I have long admired Spam. Not the taste of Spam but rather its place in pop culture, its slice (or gelatinous chunk) of kitschy cool Americana.
My fascination with this canned non-ham probably began in college. My good friend Brett Bass had the ugliest, cheesiest — yet coolest — Spam baseball cap that he wore everywhere for years. When he graduated, Brett “willed” the hat to me in one of our annual fraternity traditions. I can recall the sheer joy of receiving this treasured memento as if it were yesterday. Each time I wore this elegant trucker cap, I thought of my dear departed (to dental school) friend. Two years later, when I graduated, I left this beautiful cap along with my priceless Engelbert Humperdinck Greatest Hits cassette to some other lucky souls.
My love affair with Spam did not end with graduation, however. A few years ago, I finally realized a half-life dream — speaking of which, what is the half-life of Spam: decades? centuries? — of visiting the Spam Museum in Austin, Minn. (I love to travel by car, and the Spam Museum is one of America’s quirky roadside attractions that had eluded me for years.) For the record, this museum is right up there with Mitchell, S.D.’s Corn Palace for sites too cool to be true.
But eating Spam? No thanks. Before I came on the Appalachian Trail, I had eaten Spam just once in the past 40 years. That one exception to a Spam-free adulthood came in a Wisconsin campground hours after my friends and I had hit our credit limits at the Spam Museum gift shop. And it was delicious that night, but my friend Brad, the Bobby Flay of Campground Cuisine, can make anything taste great.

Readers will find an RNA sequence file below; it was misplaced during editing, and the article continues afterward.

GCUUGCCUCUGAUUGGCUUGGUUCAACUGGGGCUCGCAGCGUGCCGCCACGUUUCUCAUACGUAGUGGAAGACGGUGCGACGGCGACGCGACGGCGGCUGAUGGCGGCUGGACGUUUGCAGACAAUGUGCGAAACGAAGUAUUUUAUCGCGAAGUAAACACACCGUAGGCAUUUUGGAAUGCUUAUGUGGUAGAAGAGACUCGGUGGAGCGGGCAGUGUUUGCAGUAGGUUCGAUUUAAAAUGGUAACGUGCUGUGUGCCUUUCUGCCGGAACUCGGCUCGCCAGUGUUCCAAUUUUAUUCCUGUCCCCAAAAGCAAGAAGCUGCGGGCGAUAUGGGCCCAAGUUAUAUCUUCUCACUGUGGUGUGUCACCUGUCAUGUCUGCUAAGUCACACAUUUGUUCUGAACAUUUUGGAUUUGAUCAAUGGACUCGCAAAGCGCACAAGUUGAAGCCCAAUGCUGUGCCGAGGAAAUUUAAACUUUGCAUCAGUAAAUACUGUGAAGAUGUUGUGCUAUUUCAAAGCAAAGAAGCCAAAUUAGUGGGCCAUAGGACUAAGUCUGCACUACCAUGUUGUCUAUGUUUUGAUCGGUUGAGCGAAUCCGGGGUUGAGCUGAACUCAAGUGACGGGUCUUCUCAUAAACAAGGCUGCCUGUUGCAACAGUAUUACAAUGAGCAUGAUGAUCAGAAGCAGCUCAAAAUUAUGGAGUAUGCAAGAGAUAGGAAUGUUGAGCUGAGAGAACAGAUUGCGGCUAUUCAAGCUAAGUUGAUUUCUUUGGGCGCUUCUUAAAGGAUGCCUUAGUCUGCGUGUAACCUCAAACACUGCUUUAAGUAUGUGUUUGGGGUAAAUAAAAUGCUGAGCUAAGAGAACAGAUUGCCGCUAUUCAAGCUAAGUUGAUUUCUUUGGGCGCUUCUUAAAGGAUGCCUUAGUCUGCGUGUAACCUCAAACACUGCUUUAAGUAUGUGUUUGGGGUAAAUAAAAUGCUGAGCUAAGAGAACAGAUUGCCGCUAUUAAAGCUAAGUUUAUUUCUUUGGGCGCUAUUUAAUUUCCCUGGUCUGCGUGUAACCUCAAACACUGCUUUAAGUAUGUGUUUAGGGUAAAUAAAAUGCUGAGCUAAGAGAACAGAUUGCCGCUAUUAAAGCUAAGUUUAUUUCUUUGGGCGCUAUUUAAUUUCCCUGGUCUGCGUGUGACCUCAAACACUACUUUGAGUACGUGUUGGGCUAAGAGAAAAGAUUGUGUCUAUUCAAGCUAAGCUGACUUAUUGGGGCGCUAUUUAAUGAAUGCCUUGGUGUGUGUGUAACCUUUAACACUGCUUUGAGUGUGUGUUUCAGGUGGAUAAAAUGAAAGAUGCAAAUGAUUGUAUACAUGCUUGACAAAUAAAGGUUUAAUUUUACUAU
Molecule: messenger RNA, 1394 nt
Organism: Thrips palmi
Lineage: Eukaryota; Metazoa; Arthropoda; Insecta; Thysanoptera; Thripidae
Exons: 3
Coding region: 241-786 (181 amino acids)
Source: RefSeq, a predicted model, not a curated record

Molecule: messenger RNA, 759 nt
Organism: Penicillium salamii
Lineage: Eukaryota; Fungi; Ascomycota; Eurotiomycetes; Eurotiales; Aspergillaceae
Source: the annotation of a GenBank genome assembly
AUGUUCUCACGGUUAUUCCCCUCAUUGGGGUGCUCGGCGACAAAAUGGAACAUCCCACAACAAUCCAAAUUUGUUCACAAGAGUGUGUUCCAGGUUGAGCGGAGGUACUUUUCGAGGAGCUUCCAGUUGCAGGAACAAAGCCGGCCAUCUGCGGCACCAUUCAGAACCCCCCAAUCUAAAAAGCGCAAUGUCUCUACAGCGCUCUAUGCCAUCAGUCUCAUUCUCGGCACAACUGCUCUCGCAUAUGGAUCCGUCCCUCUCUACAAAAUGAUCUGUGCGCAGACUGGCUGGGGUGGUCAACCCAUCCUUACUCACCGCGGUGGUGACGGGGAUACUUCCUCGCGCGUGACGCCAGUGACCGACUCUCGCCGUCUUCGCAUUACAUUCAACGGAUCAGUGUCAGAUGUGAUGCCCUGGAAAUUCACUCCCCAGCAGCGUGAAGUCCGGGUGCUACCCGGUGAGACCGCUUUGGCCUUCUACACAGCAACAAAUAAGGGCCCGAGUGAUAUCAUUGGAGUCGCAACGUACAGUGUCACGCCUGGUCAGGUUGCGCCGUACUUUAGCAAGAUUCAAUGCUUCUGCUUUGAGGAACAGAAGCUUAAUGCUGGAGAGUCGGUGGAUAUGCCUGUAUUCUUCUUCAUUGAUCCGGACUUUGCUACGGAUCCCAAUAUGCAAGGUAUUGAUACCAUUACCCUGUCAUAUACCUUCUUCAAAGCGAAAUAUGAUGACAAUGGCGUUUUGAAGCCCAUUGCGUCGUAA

So when I got on the AT in July, I decided that I would not be eating two staples of the hiker diet: Ramen noodles and Spam. No matter what you add to it — and I’ve seen too many ingredient combinations to list here — Ramen noodles just does not seem filling enough. And Spam, I ate too much of that as a kid. (My old man often patronized businesses in which he owned stock; Blimpie comes to mind. I can only guess that he must’ve held Hormel stock back when I was 6 to 8 years old.)
Ramen has been easy to avoid. I eat mac and cheese two to three times a week and could probably do so for the next 50 years. I also make a meal of instant mashed potatoes about once a week, and Knorr pasta and rice sides make a tasty dinner when you add tuna, salami or summer sausage. Spam, however, has been unavoidable. For lunches, I eat peanut butter and tuna salad bagels quite often. I used to live on salami, pepperoni and summer sausage, too. After a few months, though, I can only stomach salami and summer sausage mixed in with pasta or rice at dinner. Pepperoni, I can stand that only on pizza anymore. And the thought of tortillas, something on which I thought I could live, makes me want to hurl.
So where does a hungry hiker go when in search of protein and calories? Spam. I had my first Spam bagel a few weeks back. It was glorious. It’s terrific with cheese, or without. It’s amazing in mac and cheese, and Spam turns broccoli and cheese pasta into tantalizing trail food. Please forgive me, Spam, for underestimating you in all your glory. Spam, I can’t quit you … for 1,600 more miles at least.
After four or five days in the woods, nothing beats a stop in town. Showers and laundry and library computers are great, but nothing beats the food options. A lifetime eating at McDonald’s burned me out on that food for life — until I hit the trail. Now, I stop at every McDonald’s I see, routinely engulfing 2,500 to 3,000 calories in a sitting. I try to avoid too much red meat back in the real world, but on the trail I crave hamburgers. When people leave the trail, they often cite the same thing they miss most: eating like a 16-year-old. We burn so many calories each day that we don’t have to worry about our waistlines, too. Thoughts of today’s lunch (below) will keep me hiking for another four or five days … until I pig out in the next town.